]>> A crisis in Myanmar that's shaking confidence in leader Aung San Suu Kyi. Reports of white abuses among Rohingya Muslims under military locked down in Northern Rakhine State. Concerned diplomats from the U.S., Europe and China on Wednesday getting a first hand look, but as Reuters Antony Subkofski reports, the trip is under state supervision.
>> Diplomats have sort of made a concerted effort and have negotiated this trip over many days and weeks actually. They have been pushing for access all along, but it's very difficult for the Myanmar government to coordinate this because the military is essentially not under the civilian control. It's difficult to say whether the diplomats will be allowed access, independent access and whether they will be able to investigate the reports of abuses.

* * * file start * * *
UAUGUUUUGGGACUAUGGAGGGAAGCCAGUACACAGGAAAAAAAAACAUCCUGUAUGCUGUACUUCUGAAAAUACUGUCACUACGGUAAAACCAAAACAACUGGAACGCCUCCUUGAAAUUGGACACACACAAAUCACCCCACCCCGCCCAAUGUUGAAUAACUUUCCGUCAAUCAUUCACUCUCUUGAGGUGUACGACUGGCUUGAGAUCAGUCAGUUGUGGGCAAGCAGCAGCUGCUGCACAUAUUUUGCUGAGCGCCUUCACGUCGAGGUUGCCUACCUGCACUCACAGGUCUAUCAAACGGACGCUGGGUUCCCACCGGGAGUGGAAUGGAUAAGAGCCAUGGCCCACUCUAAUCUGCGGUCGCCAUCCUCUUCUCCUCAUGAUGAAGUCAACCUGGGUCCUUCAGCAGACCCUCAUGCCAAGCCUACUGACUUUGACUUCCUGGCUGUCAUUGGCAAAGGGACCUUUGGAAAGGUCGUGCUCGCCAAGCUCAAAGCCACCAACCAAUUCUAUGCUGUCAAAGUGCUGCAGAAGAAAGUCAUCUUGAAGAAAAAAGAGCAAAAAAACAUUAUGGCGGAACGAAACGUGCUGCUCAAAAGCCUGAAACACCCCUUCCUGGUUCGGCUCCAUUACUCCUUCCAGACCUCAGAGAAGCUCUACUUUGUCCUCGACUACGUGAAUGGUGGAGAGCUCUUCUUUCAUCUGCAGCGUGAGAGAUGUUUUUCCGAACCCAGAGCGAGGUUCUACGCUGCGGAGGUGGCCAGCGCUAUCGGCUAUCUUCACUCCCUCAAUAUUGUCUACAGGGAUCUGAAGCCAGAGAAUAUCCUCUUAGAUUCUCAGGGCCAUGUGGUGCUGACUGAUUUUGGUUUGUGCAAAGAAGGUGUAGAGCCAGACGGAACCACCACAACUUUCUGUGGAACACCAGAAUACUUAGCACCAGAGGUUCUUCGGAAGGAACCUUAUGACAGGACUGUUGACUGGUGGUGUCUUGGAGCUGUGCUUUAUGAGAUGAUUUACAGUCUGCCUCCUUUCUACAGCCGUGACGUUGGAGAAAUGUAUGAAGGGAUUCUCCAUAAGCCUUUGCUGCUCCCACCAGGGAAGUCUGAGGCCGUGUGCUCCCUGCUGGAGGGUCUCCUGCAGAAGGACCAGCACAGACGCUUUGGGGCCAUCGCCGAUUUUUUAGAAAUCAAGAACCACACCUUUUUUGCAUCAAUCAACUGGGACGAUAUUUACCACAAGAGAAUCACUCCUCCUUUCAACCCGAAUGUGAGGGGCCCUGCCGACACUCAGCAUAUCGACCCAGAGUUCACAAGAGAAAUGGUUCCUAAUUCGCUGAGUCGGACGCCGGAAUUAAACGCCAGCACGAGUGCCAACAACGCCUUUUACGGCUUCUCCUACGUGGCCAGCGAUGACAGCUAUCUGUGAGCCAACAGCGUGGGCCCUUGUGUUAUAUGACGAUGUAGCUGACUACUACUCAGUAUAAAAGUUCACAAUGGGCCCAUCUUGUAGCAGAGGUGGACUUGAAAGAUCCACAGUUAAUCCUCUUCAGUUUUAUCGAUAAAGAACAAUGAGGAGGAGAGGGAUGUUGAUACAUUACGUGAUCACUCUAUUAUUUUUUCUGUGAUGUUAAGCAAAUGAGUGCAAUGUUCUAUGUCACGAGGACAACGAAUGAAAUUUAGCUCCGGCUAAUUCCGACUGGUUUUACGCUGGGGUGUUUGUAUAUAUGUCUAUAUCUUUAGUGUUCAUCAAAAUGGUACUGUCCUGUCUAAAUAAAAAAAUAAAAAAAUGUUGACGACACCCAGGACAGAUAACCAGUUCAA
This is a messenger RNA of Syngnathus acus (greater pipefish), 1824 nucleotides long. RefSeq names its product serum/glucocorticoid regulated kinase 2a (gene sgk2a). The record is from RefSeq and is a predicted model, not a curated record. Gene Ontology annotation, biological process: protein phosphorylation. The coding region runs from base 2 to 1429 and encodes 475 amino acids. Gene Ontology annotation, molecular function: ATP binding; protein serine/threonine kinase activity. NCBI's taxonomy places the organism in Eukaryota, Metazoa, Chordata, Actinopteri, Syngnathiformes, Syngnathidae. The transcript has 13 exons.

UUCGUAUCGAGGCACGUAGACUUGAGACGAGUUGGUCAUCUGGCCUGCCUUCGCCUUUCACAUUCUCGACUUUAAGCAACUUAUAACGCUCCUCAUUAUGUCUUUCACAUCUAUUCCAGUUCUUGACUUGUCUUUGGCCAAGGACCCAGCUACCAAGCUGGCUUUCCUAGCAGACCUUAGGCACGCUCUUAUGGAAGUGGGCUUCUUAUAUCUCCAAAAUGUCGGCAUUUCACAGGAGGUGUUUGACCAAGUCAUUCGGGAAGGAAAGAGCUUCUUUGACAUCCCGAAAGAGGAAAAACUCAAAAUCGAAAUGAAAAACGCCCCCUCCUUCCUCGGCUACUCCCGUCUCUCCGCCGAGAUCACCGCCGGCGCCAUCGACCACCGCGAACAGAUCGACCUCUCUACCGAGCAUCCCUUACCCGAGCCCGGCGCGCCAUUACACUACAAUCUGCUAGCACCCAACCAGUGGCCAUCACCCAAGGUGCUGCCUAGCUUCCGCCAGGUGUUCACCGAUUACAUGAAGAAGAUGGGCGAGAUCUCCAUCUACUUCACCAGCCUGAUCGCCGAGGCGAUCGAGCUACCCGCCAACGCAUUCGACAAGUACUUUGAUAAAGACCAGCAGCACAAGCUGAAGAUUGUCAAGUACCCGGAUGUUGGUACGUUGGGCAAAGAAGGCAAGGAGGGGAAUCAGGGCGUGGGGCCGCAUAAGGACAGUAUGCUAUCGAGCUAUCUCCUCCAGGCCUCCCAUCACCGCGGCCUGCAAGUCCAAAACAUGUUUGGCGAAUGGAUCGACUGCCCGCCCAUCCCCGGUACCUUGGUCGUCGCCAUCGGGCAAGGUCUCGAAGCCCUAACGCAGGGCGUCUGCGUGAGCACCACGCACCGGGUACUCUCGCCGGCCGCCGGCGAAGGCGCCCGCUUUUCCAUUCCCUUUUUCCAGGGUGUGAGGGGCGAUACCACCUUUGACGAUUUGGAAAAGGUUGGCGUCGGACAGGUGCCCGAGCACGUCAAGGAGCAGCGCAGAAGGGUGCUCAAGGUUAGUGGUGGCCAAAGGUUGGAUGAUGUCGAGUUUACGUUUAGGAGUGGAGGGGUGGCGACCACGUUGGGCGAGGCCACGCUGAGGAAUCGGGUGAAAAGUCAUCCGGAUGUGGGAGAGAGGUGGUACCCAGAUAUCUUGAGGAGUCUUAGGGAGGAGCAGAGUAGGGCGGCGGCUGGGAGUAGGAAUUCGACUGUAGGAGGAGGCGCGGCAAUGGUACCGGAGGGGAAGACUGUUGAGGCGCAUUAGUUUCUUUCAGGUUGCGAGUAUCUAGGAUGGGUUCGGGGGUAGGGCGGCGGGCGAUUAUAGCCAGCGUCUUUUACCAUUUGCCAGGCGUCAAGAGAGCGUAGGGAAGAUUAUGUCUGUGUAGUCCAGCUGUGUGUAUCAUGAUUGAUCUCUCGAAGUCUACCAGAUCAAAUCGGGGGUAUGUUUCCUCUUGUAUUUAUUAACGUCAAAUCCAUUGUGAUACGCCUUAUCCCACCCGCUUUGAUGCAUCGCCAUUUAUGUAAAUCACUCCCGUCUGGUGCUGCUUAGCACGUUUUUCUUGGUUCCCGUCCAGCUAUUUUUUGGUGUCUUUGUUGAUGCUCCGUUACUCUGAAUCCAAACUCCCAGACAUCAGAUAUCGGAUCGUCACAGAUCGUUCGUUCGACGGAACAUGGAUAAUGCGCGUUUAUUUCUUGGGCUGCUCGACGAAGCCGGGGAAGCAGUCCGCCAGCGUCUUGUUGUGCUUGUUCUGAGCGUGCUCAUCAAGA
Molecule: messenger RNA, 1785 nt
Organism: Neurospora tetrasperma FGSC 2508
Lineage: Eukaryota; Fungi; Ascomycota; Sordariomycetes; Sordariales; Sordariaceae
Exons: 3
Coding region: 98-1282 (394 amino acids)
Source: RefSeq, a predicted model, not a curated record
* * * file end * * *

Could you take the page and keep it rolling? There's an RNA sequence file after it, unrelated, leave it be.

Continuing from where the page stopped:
But they told us privately that we're taking whatever we can get and we'll see what can happen later.>> The military has poured troops into Rakhine. They blamed Rakhine militants for a series of attacks on border posts earlier this month, but residents and activists say the troops have been terrorizing locals with executions, rape and arson.
Suu Kyi's government is denying any abuse has happened at all and Suu Kyi isn't really talking about it. Critics say her state trip to Japan this week is making things worse.>> What our resources have told us is that Suu Kyi is the only person who effectively calls the shots on the civilian side.
So when she's not in the country or when she's airborne or when she's in a different timezone, it's just the military and the home affairs ministry and the police and the security forces are in full control of the situation. Meanwhile, relief agencies are pounding on the gates, demanding they be let back in to offer life saving humanitarian aid.